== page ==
Vietnamese Shrimp and Pork Wontons

Chef Thai Phi shares his simple recipe for Hoành Thánh from Pink Bellies, his new Charleston restaurant

Photo: Courtesy of Pink Bellies

After successfully running a food truck and pop-up in a local food hall, chef Thai Phi opened Pink Bellies as a permanent brick and mortar on Charleston, South Carolina’s King Street this spring, serving classic and reimagined Vietnamese comfort food such as banh mi and pulled pork-topped garlic noodles.

Phi also created his take on hoành thánh, spicy pork shrimp wontons served with chili oil, chives, and scallions, a dish Phi based on memories of visiting Vietnam as a child. “We’d walk around District 5 in Ho Chi Min City,” he says of the city’s vibrant Chinatown filled with food stalls and hole-in-the-wall eateries. “There’s one street that serves just this dish.” 

Of all the intricate dishes on his new menu, Phi says this is one of the easier ones for a home cook to replicate. “Most of the ingredients can be found at your local grocery store, and they’re just so fresh when you make them at home,” he says. 

To balance out the subtle sweetness of the wontons, Phi recommends serving it in a spicy soy sauce concoction. “I like a low sodium soy sauce (you can dilute regular soy sauce with a bit of water to taste), a splash of black vinegar, and some chili oil. Sriracha or sambal work great as well,” he says. “And keep in mind that the wrinklier they are, the better.” 


  • Pink Bellies’ Shrimp and Pork Wontons (Yield: about 25 wontons)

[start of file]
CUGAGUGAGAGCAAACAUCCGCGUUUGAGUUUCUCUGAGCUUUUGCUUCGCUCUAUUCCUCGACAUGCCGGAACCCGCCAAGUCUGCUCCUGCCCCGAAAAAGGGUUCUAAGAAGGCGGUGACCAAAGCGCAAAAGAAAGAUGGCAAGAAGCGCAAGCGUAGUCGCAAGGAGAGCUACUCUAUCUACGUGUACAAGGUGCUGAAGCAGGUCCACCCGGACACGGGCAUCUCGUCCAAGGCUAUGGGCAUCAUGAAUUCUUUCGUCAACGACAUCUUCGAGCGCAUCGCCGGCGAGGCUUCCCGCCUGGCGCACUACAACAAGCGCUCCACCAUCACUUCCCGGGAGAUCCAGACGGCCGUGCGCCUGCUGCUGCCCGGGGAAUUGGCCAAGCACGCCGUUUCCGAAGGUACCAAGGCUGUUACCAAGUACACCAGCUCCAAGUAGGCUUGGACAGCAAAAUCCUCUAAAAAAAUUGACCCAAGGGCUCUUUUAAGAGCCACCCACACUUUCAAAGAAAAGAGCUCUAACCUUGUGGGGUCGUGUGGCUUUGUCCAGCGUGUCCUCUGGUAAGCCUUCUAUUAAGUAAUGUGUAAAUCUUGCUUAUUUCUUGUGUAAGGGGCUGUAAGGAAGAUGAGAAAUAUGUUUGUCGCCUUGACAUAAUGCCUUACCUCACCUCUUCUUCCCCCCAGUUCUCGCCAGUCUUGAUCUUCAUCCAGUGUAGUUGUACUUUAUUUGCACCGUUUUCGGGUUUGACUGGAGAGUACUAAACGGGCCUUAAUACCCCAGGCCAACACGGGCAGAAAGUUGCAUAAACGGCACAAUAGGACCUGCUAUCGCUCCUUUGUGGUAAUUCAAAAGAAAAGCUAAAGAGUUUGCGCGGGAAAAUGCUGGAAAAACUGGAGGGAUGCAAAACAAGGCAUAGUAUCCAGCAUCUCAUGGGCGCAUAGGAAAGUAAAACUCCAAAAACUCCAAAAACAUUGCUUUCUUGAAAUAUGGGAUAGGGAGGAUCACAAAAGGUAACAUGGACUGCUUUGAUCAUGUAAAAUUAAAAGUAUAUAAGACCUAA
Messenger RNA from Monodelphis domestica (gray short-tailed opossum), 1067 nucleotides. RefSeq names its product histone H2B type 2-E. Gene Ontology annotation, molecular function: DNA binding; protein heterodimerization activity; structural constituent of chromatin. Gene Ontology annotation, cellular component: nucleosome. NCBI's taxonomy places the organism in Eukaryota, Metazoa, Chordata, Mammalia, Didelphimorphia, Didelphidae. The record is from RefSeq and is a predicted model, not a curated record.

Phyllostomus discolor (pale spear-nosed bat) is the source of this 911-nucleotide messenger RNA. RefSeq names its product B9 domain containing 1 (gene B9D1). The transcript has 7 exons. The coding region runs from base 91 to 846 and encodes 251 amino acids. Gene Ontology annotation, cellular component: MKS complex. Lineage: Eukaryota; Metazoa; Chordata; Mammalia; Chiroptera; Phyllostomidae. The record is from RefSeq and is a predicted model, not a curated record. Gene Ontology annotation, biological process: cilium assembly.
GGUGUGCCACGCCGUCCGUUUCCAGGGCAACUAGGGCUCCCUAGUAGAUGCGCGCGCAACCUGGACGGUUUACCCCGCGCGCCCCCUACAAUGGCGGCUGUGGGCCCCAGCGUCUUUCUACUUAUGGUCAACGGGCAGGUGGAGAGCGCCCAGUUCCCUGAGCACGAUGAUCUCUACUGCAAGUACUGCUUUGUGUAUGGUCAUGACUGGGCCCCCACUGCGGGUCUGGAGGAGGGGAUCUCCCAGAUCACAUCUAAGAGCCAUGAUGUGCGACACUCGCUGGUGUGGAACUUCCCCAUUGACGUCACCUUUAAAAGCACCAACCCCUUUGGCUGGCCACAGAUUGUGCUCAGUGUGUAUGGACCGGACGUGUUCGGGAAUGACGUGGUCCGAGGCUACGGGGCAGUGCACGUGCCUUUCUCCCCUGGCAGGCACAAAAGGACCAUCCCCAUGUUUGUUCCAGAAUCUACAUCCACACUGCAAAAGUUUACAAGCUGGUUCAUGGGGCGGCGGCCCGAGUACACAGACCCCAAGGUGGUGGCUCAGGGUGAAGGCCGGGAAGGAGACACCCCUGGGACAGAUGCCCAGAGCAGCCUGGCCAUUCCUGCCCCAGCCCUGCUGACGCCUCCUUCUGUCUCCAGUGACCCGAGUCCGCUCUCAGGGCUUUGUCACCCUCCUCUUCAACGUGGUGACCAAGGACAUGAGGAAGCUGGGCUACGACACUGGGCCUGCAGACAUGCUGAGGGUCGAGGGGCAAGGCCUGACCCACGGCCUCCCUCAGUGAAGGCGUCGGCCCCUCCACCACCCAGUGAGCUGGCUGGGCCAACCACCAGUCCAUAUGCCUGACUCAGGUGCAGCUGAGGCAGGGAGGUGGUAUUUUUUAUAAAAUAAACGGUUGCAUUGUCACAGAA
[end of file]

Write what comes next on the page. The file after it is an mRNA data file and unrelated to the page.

• For the filling:

    • 4 oz. shrimp, peeled, deveined, and roughly chopped (Phi gets his shrimp fresh from Tarvin Seafood and the Miss Paula in Mount Pleasant, South Carolina)

    • 4 oz. ground pork

    • ¼ cup jicama, finely diced

    • ½ green onion, thinly sliced

    • 1 sprig cilantro, thinly sliced

    • 1 tbsp. oyster sauce

    • ½ tsp. sugar

    • 1 tsp. sesame oil

    • 1 pinch black pepper

    • ⅛ cup corn starch

  • For the wrapper:

    • ½ package wonton wrappers (a typical package contains 50 wrappers)

    • 1 bowl cold water

    • Sprinkle of cornstarch

  • For the sauce:

    • 3 tbsp. soy sauce

    • 1 tsp. hot sauce

    • A splash of black or rice vinegar

    • Cilantro, for garnish

    • Green onions, for garnish


  1. Combine all of the filling ingredients. Place 1–2 tsp. of filling inside a wrapper. Lightly wet the interior edges of the wrapper with water and pinch the edges together to form a triangle. Try to push out any air while sealing. Repeat until all filling is used.

  2. Lightly dust wontons in cornstarch to prevent sticking. Boil a pot of water and add the wontons for 3–5 minutes until they float to the top. The wrinklier they turn out, the better.

  3. For the sauce, mix soy sauce, vinegar, and a touch of hot sauce. Make more as needed, to your taste. Pour over wontons in a dish and garnish with cilantro and green onions.